The old proverb tells us that a bad workman always blames his tools. There’s some truth in that, but it’s also true that the finest craftsmen in the world can be held back by substandard equipment. Why else would people have their own toolboxes? Why is there a hammer or screwdriver that just seems to have the right heft and which we mourn the loss of should we accidentally leave it behind on a job?
Good tools contribute to good results. That’s true whether we’re talking about a screwdriver, a spirit level or cutting tools on a CNC machine. Yes, you do need a good workman, but with CNC technology the tools are crucial. One of elumatec’s UK based technical experts describes tooling as being the place where the rubber meets the road, clarifying that by saying the best sports car in the world would be no fun to drive if fitted with the incorrect tyres. It’s an analogy that anyone who drives will understand.
Penny wise, pound foolish
Like all our team, he knows his stuff, but he can be vocal, especially when he sees a business being held back by poor choices. He points out that companies make significant investments in CNC machinery and its installation. They make provision in their budgets for training, but they can start being a bit tight when it comes to tooling. Unfortunately, that penny pinching doesn’t pay off. It’s the high-performance super car with the bargain basement tyre. You’ll never be able to experience what it can do.
While I’d like to include every feature of our machinery as being ‘essential’, somewhat controversially, our technical expert says that the most important part of any CNC machine is the tooling and the feed rates chosen. He justifies his view as follows: “You might be able to make parts easily and with consistent accuracy, but there’s more to it than that. Could your accuracy be even better? Could you produce the components faster?”
Without good quality cutters, the answer is no. You can have the best machine on the market, you can put it under the control of an experienced operative but using poor cutters will always return poor results.
The right tooling
As well as choosing poor quality tooling, there’s another pitfall that holds back too many manufacturers: using the same tool for different operations. Tools have specific functions and are designed for machining different materials. You wouldn’t use a Torx head screwdriver on a Phillips head screw, but some users still expect tooling to be universal.
A thorough appraisal of the operations you perform on your machine and careful selection of the right tools can reap huge rewards. In initial outlay terms, it might cost a little more to acquire the correct high-quality tooling, but like the CNC machine itself, tooling should be considered an investment. Better quality tooling not only lasts longer but is also better for the machine it’s used on, preventing wear and tear and ultimately prolonging its lifespan. It can also reduce machining times, and by reducing machining noise, make the shopfloor a safer and more comfortable place to work.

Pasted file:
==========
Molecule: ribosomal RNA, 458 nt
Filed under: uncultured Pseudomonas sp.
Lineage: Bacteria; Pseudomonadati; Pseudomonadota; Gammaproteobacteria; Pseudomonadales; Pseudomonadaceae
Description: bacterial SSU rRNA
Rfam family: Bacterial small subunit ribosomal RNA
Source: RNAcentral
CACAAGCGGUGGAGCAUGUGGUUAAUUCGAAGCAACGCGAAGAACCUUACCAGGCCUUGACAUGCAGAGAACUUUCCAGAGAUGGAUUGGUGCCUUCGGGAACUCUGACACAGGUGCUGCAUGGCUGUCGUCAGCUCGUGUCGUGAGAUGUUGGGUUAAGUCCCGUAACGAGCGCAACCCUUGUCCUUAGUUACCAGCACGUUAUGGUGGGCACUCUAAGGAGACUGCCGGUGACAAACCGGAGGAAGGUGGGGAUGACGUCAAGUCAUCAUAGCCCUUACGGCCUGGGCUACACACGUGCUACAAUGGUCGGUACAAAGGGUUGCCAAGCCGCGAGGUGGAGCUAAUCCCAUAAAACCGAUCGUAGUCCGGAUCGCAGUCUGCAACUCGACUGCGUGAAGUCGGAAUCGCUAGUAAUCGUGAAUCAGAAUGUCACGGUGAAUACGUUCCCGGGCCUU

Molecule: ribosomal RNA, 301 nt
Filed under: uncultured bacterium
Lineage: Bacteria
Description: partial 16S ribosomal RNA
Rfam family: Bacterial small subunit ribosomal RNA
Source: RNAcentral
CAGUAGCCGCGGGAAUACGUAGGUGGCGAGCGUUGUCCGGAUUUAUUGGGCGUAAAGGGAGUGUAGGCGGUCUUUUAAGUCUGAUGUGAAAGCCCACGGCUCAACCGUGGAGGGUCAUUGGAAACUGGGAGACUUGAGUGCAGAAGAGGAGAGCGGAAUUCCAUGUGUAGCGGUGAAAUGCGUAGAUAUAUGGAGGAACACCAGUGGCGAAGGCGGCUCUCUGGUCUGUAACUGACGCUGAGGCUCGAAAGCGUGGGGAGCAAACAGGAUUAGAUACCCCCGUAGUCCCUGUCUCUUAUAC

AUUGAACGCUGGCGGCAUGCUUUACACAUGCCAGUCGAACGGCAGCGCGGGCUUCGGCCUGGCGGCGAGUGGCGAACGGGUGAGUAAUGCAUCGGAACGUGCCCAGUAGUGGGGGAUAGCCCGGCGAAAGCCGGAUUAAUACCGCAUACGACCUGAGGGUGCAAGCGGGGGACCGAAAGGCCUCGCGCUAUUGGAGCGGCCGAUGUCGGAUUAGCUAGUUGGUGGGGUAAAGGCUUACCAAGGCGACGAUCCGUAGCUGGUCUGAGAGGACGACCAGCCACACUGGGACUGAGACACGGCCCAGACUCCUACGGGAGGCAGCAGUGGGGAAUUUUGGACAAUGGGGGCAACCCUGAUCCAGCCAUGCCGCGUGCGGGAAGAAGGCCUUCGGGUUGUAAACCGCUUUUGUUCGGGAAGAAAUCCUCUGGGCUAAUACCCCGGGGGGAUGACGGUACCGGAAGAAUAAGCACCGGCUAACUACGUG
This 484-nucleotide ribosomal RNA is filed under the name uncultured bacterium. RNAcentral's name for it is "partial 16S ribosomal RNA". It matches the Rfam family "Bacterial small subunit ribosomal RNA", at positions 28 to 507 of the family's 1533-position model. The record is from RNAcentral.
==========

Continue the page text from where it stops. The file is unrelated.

It’s about optimisation – using one correct tool and one operation for the result you need, rather than using an incorrect tool and then fettling the result. Too much time is squandered on secondary processes such as deburring. What’s needed is a focus on eliminating waste, avoiding rejects and getting every component machined right the first time.
Picking the right tooling
I asked the aforementioned technical expert to list the key things to look for. He simplified it. 1. Is the tool length right for the operation being performed? and 2. Is the tool material right for the material you’re machining? It’s sound advice that should be easy enough to remember, but when juggling the day-to-day demands of a busy operation, it’s easy to forget the importance of details. People make do and mend, rather than fixing a problem.
I’m suggesting that, right now, before you do anything else, you should ask yourself whether you are compromising your operation by using the wrong tooling.
If you are, or if you’re unsure, we will gladly help. Our production engineers are here to advise you of the best tooling, feed rates and programming methods to get the very most from your CNC machinery. That’s true whether you purchased your machinery 12 months or 12 years ago. Forget the proverb. To do a good job, you need good tools. We’ve got them.